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A novel FPGA-based test-bench framework for SDI stream verification

A Correction to this article was published on 22 October 2020

This article has been updated


This paper presents a framework for complete simulation and verification of Serial Digital Interface (SDI) video using a verilog test-bench and geared toward FPGAs. This framework permits simulating the entire process: from test video signal generation to protocol verification in the FPGA which implements the Device Under Test (DUT). The novelty in the design is the combination of a customized test video signal generator with an implementation clone of DUT transceiver for in-depth protocol debugging. Identical input test patterns of the video protocol under test are generated and fed to DUT for verification. Thus, the model not only permits to evaluate the SDI transport layer but also validates the implementation at ultra low pixel level of the video format. This approach provides two advantages: cost saving in terms of additional lab test equipment and delivering all-in-one test solution to verify design and implementation. A practical implementation using a test example of a macroblock processing chain using SDI video interface shows the viability of the proposed framework for video protocol testing.

1 Introduction

Nowadays, there is a high demand for video processing applications such as media and entertainment, security and surveillance, and real-time streaming. This necessitates the development of new devices to handle the increasing demands in resolution and bandwidth. Emerging programmable System-on-Chip platforms combining Field Programmable Gate Arrays (FPGAs) with general purpose processors are suitable for running operating systems and to also accelerate algorithms at the hardware level. Hence, such platforms are a promising technology capable of providing the necessary power/performance trade-offs for emerging applications such as AI and video processing/coding amongst others. FPGAs can also support verification frameworks for other technologies, for example, it is possible to design an ASIC (Application Specific Integrated Circuit) device and perform its verification using an FPGA. However, due to the increasing complexity and size of such FPGA-based devices, the verification techniques become very important to validate the concreteness of a design and reduce the hardware errors and the time to market. Hence, the verification process represents a big challenge for design and verification engineers. This is further emphasized when considering that in real applications, the design needs to be verified with the operating conditions in mind which must include the communication, and synchronization with external interfaces and design correctness needs to be evaluated across various levels.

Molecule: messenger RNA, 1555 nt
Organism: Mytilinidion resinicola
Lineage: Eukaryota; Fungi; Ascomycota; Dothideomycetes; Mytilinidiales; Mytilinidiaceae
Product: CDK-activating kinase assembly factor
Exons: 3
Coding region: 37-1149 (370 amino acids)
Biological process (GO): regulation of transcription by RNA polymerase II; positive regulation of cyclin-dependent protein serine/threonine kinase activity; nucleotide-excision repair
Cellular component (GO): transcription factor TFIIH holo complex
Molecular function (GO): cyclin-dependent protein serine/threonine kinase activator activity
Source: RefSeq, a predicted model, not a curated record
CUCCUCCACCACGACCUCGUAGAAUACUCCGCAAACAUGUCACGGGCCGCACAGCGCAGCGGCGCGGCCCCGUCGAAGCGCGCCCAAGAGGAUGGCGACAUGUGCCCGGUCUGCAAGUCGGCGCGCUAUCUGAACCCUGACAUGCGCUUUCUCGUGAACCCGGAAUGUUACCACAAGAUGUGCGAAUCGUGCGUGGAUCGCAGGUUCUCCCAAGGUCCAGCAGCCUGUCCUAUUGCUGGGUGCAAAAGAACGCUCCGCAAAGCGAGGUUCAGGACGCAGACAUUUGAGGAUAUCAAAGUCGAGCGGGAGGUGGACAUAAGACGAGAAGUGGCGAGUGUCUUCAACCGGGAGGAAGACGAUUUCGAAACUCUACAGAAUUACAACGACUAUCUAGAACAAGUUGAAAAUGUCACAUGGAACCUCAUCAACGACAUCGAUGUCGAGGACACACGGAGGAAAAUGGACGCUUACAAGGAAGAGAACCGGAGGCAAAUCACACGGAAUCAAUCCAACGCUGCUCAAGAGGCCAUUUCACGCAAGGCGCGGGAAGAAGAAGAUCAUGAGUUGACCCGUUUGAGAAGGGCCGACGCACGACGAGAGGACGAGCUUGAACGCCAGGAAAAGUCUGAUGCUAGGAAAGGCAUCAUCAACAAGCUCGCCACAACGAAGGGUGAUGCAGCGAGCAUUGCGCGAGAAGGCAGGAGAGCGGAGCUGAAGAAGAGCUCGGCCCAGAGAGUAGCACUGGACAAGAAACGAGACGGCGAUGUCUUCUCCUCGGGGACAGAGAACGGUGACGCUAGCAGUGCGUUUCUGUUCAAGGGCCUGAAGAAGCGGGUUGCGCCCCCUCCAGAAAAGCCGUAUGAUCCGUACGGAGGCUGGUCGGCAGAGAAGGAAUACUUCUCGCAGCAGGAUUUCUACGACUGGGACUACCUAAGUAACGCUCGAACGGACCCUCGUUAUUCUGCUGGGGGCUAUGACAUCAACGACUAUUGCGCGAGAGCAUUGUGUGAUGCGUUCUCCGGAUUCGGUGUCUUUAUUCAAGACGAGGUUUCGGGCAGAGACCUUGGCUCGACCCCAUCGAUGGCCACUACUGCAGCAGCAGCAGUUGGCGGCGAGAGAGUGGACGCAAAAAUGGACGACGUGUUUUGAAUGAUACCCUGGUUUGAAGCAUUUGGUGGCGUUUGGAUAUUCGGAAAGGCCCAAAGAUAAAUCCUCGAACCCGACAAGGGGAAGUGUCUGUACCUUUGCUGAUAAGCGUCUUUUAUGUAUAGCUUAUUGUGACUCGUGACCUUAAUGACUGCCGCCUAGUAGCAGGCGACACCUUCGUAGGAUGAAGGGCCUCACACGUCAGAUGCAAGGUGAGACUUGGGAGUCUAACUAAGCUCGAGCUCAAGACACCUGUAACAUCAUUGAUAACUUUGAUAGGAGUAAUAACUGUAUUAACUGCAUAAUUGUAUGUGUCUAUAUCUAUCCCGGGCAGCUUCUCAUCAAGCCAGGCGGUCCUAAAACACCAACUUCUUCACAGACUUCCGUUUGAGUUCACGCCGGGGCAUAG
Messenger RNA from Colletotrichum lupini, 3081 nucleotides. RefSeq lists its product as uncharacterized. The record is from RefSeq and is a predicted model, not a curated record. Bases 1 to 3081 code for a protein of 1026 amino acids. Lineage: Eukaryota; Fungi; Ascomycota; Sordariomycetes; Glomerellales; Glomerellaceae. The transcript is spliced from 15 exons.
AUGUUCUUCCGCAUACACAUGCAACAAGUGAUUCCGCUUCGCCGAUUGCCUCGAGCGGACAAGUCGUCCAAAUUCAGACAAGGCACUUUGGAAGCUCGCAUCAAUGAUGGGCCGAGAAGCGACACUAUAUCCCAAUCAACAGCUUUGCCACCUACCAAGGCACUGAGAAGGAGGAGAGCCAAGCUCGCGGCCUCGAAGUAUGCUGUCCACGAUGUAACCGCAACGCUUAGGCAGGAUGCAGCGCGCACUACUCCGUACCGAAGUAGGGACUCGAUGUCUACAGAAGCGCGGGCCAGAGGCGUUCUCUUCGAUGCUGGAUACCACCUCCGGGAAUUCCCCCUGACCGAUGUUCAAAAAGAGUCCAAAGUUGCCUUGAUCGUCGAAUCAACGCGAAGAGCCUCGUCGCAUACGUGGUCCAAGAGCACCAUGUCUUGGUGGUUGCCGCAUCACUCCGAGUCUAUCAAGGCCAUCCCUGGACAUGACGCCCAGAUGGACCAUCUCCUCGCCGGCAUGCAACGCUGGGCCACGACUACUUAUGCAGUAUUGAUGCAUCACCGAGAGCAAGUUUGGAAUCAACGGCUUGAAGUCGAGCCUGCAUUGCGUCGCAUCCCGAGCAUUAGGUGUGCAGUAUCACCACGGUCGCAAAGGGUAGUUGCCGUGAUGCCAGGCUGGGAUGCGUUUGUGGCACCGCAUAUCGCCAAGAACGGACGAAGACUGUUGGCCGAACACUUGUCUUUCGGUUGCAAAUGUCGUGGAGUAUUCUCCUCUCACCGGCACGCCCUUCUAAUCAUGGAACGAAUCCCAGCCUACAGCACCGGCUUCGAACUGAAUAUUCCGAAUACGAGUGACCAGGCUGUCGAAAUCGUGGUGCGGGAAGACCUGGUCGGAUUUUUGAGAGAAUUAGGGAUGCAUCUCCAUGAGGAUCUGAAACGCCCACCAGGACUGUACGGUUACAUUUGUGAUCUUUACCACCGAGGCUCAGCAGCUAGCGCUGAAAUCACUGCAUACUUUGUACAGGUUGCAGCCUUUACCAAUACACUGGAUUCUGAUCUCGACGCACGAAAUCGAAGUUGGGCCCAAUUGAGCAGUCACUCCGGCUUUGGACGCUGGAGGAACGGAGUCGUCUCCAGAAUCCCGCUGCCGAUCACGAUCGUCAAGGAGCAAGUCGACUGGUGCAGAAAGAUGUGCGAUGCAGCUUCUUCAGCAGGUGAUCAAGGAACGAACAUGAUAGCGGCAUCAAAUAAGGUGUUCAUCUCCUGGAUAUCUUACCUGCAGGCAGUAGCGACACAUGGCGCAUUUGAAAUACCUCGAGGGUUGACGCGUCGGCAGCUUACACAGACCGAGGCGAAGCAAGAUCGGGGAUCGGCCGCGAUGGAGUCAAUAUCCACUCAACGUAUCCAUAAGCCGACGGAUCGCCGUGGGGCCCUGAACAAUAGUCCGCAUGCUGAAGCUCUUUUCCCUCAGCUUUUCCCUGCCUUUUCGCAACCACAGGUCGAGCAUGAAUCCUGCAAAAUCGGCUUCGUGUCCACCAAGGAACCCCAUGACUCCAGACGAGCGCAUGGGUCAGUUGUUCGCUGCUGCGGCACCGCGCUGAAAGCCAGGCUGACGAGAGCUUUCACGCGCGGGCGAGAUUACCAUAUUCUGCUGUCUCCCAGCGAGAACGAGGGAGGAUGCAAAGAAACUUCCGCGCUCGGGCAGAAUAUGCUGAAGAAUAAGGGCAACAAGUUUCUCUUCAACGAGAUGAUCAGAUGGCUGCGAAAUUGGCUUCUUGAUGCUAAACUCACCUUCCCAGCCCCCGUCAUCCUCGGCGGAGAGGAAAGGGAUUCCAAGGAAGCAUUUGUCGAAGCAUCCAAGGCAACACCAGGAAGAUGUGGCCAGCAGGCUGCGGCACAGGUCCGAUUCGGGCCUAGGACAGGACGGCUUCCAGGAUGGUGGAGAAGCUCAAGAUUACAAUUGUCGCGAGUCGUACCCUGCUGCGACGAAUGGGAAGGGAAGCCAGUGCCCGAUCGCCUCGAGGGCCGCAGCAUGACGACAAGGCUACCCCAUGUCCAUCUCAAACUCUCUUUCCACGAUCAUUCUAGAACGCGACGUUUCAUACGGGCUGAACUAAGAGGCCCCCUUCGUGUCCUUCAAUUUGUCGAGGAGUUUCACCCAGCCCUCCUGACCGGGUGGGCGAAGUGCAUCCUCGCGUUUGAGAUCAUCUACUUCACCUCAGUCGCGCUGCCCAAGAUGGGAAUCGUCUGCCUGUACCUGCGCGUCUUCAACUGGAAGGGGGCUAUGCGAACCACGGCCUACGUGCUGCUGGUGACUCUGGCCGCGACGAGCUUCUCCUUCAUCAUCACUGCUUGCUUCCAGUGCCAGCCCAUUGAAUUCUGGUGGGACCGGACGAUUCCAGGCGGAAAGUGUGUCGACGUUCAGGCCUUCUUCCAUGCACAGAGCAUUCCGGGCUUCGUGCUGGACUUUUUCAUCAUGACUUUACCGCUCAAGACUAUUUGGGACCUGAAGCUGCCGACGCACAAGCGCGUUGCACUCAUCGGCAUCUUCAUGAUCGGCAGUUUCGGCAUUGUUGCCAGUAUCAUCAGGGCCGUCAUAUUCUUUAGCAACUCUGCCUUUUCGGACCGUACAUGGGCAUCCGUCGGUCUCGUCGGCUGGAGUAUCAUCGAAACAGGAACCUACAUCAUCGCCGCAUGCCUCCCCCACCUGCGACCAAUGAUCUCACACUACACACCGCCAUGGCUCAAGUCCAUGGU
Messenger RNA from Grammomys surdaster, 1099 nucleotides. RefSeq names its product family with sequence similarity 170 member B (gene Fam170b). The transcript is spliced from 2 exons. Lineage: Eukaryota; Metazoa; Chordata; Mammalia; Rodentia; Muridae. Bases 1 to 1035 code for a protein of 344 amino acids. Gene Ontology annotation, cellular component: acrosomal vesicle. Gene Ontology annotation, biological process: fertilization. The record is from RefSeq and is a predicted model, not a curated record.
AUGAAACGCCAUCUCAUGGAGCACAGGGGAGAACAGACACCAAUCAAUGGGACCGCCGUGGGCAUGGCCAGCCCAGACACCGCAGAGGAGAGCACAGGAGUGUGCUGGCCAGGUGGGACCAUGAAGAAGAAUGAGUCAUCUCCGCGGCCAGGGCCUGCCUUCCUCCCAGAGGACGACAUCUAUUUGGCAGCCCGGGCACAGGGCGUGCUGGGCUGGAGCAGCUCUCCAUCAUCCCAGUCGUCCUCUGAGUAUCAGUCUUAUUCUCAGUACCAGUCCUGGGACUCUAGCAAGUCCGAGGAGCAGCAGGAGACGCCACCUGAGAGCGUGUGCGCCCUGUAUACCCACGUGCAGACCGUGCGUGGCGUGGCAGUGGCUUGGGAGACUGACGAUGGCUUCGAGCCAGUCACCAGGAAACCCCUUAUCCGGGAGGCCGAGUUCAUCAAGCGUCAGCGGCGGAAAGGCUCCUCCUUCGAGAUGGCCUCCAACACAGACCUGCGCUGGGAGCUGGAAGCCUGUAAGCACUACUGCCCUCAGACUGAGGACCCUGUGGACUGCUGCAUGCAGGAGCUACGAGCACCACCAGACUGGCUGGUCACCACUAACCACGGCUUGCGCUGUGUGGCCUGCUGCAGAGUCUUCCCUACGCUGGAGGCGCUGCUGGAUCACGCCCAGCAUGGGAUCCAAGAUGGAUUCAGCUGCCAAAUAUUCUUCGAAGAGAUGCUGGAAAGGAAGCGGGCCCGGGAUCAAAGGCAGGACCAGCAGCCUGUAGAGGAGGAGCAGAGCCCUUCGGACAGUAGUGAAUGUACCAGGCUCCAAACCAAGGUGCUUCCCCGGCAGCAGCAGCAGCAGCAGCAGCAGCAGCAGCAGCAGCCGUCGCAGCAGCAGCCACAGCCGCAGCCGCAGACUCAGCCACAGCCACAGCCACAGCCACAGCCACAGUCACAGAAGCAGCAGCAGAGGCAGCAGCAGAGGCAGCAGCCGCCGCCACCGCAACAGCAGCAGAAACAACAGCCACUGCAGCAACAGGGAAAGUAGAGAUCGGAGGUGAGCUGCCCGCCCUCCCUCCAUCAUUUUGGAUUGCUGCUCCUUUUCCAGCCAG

Current practices of analyzing designs involve incorporating a test-bench into the design to drive certain signal stimuli and compare the outputs of the design with the expected ones. The verification process is usually metric-driven, as for example coverage, that allows to measure the verification progress and determine when the design is ready. A brief metric description is presented in Section 2. These verification metrics have been improved and automatized during the last years by Ray Salemi and Mentor Graphics team that proposed the Universal Verification Methodology (UVM) [1, 2]. This method developed an automatic test-bench system able to perform high-level DUT verification using System Verilog. UVM goes further by providing mechanisms that allow constraints to be written as part of a test rather than embedded within dedicated verification components. This and other features of UVM facilitate the creating of reusable verification components. During the years, these techniques have been supported by Accellera System Initiative [3] and the advantages of its use are demonstrated in [4] using automotive examples. Verification methods are designed to be general and can be adapted for every testing scenario.

This work focuses on a framework dedicated to systems that use SDI interface to communicate and transmit data, geared toward video applications. Video formats are evolving fast with increasing resolutions, transmission rates, and video stream complexity [5]. SDI family is one of the most extended interfaces for transmission of uncompressed video between professional equipment [6]. As a consequence, there is a growing need for devices that can facilitate testing. However, new capabilities for video analysis usually represent a big cost in terms of developing testing devices, which are not always available since the most recent video standards are under continuous development. Due to the ever increasing resolutions in video standards and complexity, the need of faster devices has increased the use of FPGAs for video applications, as described in [7, 8]. This means that a verification method should be applied to allow testing the communication protocol and the device processing such as encoding, decoding, or filtering the signal. Often, the hardware analyzers and generators lack flexibility to modify the patterns for assessing the video test sequences, and they only offer the tests and formats available on the instrumentation, as is possible to check in [9, 10]. As a consequence, stream compatibility issues arise due to different video formats, components, or protocols; therefore, complete video analysis cannot be properly performed.